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Six Hidden secrets of Walt Disney World

Disney secrets

 Six Hidden secrets of Walt Disney World, by Kris Makuch, August 2015

We’ve heard the urban legends associated with Disney World. We know about the secret suite in Cinderella’s castle (true), we’re aware of the thousands of hidden Mickeys throughout the park (true) and we’ve heard that Toy Story characters drop to the floor when you yell “Andy’s coming” (sadly, no longer true).

But what about the real secrets? The things that Walt himself conjured up to give the park its magical illusions and extraordinary spectacles? This is what I went to find out on the Keys to the Kingdom Tour

After scaling the heights of Splash Mountain and tasting all of the Dole whips and burgers my joyful stomach could handle, I was taken on an enchanting behind-the-scenes tour of Magic Kingdom to learn just what makes Walt Disney World so spellbinding.

1. The park is built to replicate an old theatre

It makes sense that cinema would influence Walt Disney’s ideas for the park. But his plans were created from far more than just references to his films. Walt wanted the whole park to mimic the notion of visiting a theatre. How so? Well, before you even enter the park the concrete leading up to the entrance is coloured red so that you ‘walk the red carpet’ ahead of the premier. The main attractions of the park are also hidden from view in order to avoid spoiling the story.

As you continue through the turnstiles you walk through a short, dimly lit shelter, built to replicate a foyer. Here you can see posters of the rides where you would expect to see posters of films, and you can pick up your show program (park info and map). As you exit the foyer you are even greeted with popcorn stands and with it the aroma of visiting the cinema.

At this point you don’t directly enter the park from a central focal point. You can only enter via a left or right entrance before you head into the central plaza. Even at this point you can’t completely see the main attraction and have to walk down Main Street, where each of the windows are cleverly marked with the names of everyone who built the park (mirroring the credits that used to appear at the beginning of films).

Finally, only when the credits have finished, are you actually greeted with the famous lead-in shot of Cinderella’s Castle, before you start your own story in Walt Disney World.

2. Walt Disney’s Credit is in the back

In-line with cinematic tradition, the Producer’s name is the first you see in the credits when walking down Main Street. If you look closely at the first level of the confectionary store (*sweet shop) on your right, you will see the name ‘Roy Disney’ written upon the window. Unfortunately, Walt died before the park could be built, so it was his brother who made sure his plans came to fruition, and therefore his name is the one that appears at the beginning.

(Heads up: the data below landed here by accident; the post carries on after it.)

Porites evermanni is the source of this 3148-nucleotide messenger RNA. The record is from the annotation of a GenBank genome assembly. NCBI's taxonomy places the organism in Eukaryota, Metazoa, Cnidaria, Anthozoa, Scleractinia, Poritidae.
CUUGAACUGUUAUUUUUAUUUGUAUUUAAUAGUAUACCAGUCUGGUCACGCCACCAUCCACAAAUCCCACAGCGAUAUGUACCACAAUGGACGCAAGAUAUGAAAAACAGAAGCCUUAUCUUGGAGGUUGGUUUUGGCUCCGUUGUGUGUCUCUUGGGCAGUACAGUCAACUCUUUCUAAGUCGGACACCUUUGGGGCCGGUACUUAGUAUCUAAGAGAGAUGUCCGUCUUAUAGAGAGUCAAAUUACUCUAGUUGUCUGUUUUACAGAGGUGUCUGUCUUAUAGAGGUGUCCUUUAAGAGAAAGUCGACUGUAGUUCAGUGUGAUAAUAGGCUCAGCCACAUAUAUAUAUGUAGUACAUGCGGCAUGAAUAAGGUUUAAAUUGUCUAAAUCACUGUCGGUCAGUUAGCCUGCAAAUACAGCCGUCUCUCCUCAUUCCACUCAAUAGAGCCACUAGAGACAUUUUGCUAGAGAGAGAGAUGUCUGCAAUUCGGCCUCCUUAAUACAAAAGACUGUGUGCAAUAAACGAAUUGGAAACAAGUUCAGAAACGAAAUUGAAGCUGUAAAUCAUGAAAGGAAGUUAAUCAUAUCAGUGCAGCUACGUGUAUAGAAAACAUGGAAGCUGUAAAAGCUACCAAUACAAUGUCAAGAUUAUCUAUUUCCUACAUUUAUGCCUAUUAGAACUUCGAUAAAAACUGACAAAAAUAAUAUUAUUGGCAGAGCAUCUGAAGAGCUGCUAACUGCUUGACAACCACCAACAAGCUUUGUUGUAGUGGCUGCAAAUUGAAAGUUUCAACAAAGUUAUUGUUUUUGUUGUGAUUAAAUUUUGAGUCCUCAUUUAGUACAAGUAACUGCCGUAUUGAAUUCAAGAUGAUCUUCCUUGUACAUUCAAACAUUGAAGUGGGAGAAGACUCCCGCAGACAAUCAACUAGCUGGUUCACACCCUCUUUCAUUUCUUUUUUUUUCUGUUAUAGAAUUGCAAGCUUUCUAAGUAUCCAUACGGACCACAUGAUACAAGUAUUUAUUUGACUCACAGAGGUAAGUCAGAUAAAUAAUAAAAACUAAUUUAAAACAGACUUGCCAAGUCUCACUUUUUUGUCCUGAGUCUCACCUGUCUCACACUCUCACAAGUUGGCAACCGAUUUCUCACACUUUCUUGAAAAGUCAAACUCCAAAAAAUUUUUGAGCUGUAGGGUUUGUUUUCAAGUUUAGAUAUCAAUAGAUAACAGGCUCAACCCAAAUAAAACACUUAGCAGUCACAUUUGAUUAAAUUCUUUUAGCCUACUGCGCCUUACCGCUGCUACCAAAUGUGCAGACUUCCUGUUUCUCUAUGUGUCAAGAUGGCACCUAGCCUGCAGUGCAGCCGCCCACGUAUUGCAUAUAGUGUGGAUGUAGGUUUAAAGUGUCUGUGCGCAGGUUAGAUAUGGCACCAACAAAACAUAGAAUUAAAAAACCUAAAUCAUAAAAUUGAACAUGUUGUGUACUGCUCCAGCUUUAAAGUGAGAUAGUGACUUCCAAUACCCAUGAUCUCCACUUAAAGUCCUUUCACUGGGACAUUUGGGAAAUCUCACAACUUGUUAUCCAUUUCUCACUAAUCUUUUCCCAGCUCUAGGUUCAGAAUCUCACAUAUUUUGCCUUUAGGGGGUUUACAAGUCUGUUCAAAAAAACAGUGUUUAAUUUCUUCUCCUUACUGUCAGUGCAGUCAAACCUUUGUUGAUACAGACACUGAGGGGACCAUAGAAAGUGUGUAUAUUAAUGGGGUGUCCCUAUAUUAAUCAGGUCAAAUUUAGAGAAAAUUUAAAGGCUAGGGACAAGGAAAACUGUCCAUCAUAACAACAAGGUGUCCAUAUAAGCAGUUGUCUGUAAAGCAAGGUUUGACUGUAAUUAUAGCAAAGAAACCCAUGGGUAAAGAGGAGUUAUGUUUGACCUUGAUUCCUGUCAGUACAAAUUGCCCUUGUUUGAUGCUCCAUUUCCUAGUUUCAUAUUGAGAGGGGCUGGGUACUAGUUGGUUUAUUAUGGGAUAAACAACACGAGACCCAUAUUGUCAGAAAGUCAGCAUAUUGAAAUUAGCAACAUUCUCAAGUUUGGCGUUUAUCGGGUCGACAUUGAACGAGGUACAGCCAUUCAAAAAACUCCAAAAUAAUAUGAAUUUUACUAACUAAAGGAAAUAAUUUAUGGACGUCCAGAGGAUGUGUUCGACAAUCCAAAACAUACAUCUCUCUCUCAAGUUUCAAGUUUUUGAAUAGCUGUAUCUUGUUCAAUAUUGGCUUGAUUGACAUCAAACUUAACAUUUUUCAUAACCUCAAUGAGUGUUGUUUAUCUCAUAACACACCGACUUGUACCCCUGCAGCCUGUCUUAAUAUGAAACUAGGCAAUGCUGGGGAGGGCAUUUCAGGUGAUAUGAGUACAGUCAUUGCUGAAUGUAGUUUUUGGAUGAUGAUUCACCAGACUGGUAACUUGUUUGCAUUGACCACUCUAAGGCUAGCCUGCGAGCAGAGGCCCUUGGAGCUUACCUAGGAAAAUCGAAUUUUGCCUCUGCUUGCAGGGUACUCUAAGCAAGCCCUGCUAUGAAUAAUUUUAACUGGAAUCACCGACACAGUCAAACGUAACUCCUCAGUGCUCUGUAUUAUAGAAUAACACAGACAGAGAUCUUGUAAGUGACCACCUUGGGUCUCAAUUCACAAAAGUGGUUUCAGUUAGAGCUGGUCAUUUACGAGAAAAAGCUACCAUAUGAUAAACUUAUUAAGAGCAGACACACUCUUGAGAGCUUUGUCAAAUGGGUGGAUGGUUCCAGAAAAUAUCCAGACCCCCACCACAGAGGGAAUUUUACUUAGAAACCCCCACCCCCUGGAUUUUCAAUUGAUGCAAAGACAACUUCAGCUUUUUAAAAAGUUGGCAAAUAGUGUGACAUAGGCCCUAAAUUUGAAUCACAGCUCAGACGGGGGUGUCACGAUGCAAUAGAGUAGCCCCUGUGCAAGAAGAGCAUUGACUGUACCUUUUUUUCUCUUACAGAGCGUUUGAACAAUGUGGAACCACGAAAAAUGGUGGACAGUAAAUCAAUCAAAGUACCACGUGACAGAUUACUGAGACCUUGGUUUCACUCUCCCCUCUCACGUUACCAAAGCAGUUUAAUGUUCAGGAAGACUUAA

Walt’s name is placed at the back Main Street, overlooking the Castle. Despite never seeing the park being built, he now oversees everything that happens at the main attraction.

3. It’s not Walt Disney, it’s Roy Disney

As you enter the park, you are greeted with a statue of what looks like Walt Disney sitting on a park bench with Minnie Mouse in the town square. However, what most people don’t realise is that this is actually Walt’s brother, Roy. Roy was Walt’s accountant, and the one who raised capital to fund Walt’s imaginative ideas and support him through every adventure.

This relationship seemed to echo the the dynamic between Minnie and Mickey as she is always there to help him through every imaginative caper. That’s why Roy appears with Minnie and further into the park Walt appears with Mickey.

4. Cinderella’s Castle isn’t as big as it looks

The castle was originally supposed to be a staggering 300 feet tall. However, flight regulations state that buildings over 190 feet must have a warning light attached. This simply wouldn’t do. Instead, the castle was built at 189 feet and uses a visual technique called forced perspective in order to make the castle seem larger than it is.

The illusion is created by making each level smaller than the one below, thus forcing the appearance of height and depth. The same technique is also used on Main Street to make three story shops out of two story buildings.

 5. You can’t see other worlds inside the park

As you walk around the different worlds within Magic Kingdom, each one is hidden from the last. The park is cleverly designed to hide the main attractions of other parts, to make you feel completely immersed in a new world.

6. The whole park is built on the first floor

Among the other incredible things that I learned whilst on the tour (and legally I’m not allowed to talk about), one of the most unbelievable facts is that the whole park is built on the first floor. There is a complete maze of ‘utilidors’ (tunnels), on the ground floor, underneath the park, that staff use to quickly move from world-to-world.

Now just think about that for a second.

All of Walt Disney World is effectively upstairs.

Now. Those six secrets are only the beginning! There are a huge bunch of secrets that have to be left at Disney and cameras aren’t allowed to capture. So if you’re off to Walt Disney World anytime soon. Make sure the keys to the kingdom tour is on your list!

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